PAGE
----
The iStar 204/1200 – Second Generation 2014

I’ve always had a liking for refractors. My first serious instrument was a Vixen 102 ED SS, a beautiful 660 mm focal length lightweight refractor, easily supported on the Vixen GP mount. Almost made for each other. Since 2001 its been the best portable telescope I’ve used. In subsequent years I have acquired a Vixen NA 120S (a Petzval designed 120 mm / 800 mm FL), and a WO 66 triplet which is a great travel scope. I had always wanted a bit more aperture yet liked short tubes for maneuverability  so when I saw a 6” Antares in 2006 I went ahead and bought it. I’ve had a few good years of observing with this scope, mainly from my house in the northern suburbs of Sydney, with its attendant light pollution. I decided I wanted a bit more but I could never quite bring myself to order anything I felt justified in spending upon until I noticed the iStar range. A little research and I was hooked. In Feb 2014 I placed my order and sent over three and a half thousand USD to Mike at iStar and settled back to wait. I also sold my Antares – I had to make room.

Nearly 11 months later the iStar finally arrived. I had picked the f/6 “Comet Hunter” model. Part of the delay was in remaking the tubes, as iStar had found the original assembly just too heavy. I have to say I appreciated this as the new scope was 16 kg (35 lbs) down from 20 kg (44lbs). 9 lbs is a lot extra when you are trying to get it onto a high dovetail on a G 11 or similar mount! The scope was well packed in a thick cardboard carton with the scope itself surrounded by aerated foam blocks. iStar is clever in their packing and had placed the 3.5” WO focuser, in its own padded box, between the lens end of the scope and the box, making extra protection for the lens. The focuser was fitted with William’s new Rotolock eyepiece / diagonal lock system which is a self centering double opposed taper. I have to say this in its present form is one of the best eyepiece locking systems I have used.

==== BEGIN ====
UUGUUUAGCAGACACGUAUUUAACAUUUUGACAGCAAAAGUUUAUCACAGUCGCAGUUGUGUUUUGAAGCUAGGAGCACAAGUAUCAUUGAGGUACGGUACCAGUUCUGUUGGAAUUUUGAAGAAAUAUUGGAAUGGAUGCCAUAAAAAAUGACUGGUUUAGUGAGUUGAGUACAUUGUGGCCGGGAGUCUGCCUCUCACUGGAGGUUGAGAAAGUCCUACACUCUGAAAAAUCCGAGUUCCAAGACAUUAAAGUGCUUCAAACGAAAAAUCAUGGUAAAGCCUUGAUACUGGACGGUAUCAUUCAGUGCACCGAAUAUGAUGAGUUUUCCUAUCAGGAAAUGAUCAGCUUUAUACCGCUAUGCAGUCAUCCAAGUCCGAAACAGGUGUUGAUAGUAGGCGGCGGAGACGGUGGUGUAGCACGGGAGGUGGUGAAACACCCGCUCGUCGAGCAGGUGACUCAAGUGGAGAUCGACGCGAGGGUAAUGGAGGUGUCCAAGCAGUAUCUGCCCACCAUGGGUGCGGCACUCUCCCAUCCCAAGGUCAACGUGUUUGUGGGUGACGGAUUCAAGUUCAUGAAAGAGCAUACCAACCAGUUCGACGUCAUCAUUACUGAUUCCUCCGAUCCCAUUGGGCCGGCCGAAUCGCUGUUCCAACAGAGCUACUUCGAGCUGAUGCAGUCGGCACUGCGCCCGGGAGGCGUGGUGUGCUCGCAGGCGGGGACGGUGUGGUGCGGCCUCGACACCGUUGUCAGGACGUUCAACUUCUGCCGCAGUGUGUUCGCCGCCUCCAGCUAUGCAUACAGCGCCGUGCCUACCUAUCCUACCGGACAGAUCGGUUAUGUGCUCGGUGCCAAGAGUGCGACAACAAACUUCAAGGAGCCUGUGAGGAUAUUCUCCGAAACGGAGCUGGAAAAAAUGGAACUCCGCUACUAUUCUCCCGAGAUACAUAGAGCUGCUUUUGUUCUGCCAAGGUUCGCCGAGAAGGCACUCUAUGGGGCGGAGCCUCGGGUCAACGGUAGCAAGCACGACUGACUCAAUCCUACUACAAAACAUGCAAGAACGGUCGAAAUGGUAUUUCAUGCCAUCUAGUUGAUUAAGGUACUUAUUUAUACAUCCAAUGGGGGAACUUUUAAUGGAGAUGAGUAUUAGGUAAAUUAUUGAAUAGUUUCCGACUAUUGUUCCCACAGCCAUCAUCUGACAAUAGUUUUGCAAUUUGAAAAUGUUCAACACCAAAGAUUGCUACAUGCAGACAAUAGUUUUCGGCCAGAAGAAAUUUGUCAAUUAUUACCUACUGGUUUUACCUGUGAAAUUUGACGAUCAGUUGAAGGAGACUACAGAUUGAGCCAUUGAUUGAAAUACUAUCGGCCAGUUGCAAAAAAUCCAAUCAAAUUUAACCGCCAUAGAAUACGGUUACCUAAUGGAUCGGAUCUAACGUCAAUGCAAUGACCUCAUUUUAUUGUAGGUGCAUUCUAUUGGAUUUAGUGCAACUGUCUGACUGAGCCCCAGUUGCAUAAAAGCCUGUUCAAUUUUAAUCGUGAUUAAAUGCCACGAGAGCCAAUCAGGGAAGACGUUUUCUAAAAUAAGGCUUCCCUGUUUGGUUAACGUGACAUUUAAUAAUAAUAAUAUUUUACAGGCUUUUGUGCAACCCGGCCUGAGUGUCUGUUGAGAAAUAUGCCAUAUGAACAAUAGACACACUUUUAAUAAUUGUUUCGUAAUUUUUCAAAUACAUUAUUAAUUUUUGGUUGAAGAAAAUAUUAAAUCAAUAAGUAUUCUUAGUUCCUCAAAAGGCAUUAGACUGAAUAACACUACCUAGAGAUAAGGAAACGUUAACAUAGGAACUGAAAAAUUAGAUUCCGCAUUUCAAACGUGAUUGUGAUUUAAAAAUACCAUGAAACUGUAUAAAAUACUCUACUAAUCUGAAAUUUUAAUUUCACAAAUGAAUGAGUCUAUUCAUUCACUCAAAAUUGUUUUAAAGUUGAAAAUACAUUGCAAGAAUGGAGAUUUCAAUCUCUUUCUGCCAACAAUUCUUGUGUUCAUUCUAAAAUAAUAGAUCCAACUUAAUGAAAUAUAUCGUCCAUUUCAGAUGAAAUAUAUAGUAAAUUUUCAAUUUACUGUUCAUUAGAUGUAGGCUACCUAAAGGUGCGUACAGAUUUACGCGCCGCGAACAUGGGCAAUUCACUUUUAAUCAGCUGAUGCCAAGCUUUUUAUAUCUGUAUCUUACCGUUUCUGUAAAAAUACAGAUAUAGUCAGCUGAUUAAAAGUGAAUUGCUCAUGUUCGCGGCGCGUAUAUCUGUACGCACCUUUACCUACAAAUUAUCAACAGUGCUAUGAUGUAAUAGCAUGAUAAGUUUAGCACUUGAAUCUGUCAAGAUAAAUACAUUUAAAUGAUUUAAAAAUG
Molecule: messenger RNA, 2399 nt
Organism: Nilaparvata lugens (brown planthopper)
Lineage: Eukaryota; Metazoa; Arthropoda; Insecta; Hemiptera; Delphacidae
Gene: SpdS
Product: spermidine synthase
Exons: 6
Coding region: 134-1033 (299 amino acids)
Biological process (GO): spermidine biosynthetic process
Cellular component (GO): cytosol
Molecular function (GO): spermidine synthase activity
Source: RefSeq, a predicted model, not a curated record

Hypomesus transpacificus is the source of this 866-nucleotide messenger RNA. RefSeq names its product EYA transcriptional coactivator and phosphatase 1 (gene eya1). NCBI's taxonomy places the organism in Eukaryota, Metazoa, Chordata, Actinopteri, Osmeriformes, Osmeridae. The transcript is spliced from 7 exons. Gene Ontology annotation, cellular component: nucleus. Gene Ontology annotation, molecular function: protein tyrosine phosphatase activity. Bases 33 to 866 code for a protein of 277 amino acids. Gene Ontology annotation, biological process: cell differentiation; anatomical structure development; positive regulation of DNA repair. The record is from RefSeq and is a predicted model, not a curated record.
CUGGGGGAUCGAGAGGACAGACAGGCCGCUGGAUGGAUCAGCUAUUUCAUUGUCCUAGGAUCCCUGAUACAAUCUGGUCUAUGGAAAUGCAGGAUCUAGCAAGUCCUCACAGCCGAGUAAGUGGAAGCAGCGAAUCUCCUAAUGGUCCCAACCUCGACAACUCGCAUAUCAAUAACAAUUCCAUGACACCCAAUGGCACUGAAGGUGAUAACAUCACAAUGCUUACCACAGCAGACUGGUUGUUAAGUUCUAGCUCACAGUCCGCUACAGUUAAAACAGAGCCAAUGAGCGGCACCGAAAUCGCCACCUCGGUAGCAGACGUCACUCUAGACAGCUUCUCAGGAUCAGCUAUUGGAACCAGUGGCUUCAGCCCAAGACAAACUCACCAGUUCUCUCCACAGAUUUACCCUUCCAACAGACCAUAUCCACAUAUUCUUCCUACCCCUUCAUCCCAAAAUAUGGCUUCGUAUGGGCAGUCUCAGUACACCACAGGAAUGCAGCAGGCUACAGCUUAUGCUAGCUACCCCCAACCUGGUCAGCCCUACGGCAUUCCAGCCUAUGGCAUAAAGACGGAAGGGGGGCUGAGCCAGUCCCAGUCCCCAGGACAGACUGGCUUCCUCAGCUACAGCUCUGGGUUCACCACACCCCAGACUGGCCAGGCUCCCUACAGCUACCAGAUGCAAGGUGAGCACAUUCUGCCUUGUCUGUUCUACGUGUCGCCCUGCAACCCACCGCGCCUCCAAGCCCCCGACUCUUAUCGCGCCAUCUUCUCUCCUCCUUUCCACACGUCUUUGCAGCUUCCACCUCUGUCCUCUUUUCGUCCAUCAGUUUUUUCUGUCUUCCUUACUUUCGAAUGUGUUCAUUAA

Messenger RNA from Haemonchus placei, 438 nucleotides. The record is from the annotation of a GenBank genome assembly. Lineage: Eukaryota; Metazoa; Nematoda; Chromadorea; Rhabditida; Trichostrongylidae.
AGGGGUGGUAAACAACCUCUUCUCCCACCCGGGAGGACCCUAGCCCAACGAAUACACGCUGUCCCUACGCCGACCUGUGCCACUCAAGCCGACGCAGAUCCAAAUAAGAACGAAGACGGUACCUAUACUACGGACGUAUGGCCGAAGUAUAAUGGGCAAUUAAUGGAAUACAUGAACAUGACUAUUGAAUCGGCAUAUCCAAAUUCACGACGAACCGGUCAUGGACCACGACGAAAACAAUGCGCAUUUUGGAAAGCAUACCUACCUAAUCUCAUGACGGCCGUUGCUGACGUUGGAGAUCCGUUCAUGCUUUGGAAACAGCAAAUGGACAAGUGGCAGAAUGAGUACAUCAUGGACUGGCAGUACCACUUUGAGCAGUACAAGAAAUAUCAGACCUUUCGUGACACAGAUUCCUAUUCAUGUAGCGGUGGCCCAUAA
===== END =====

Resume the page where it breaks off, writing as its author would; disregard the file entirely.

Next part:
This second generation iStar comes with an extendable dew cap, some 400mm long offering excellent dew shielding. A flat lens cap snaps in place with embedded magnets holding it to the outer ring of the dew cap. The white tube (I asked Mike for white because you can see it better in the dark) is held in 2 lined quick release tube rings, with several M6 tapped holes. I ended up drilling

 some extra holes in my Losmandy plate to accommodate the 60 mm spacing of the M6 holes (the Losmandy plate comes with predrilled holes 40 mm apart). I also mounted a 15x40 mm Al bar along the top of the rings to act as a handle and guide or camera mounting bar.

First light was in Sydney, with street lights and all. Seeing to mag 3.5 (E Crucis) I looked at Omega Centauri, Jupiter and M42. I was using a WO dielectric diagonal and switching between a TV Pan 35 and a 17mm Nagler IV – the latter quite the best eyepiece I’ve ever owned. I have to say it was the best view of each of these objects I have had in any telescope in Sydney. I quite forgot how many stars there were in the trapezium. A few nights on I looked at “cluster row” - the Jewel Box (NGC 4755) along through Carina (NGC 3532, 3199, 2867)– some magnificent clusters with a hint of nebulosity. The Jewel Box really jumped out at me – crisp, well coloured stars just like a box of bright jewels. As James Edwards suggested  in his review of the gen one “beast” this scope scoffs at street lights. I spoke to Ales at iStar about how good the seeing is. Ales is the iStar designer and  technical expert and very willing with his advice. The performance of this telescope is a combination of aperture, of course, the high quality glass Ales has been able to source (I would say it’s ED but Ales says no, he can’t call it that) and the exceptional workmanship of the lens makers.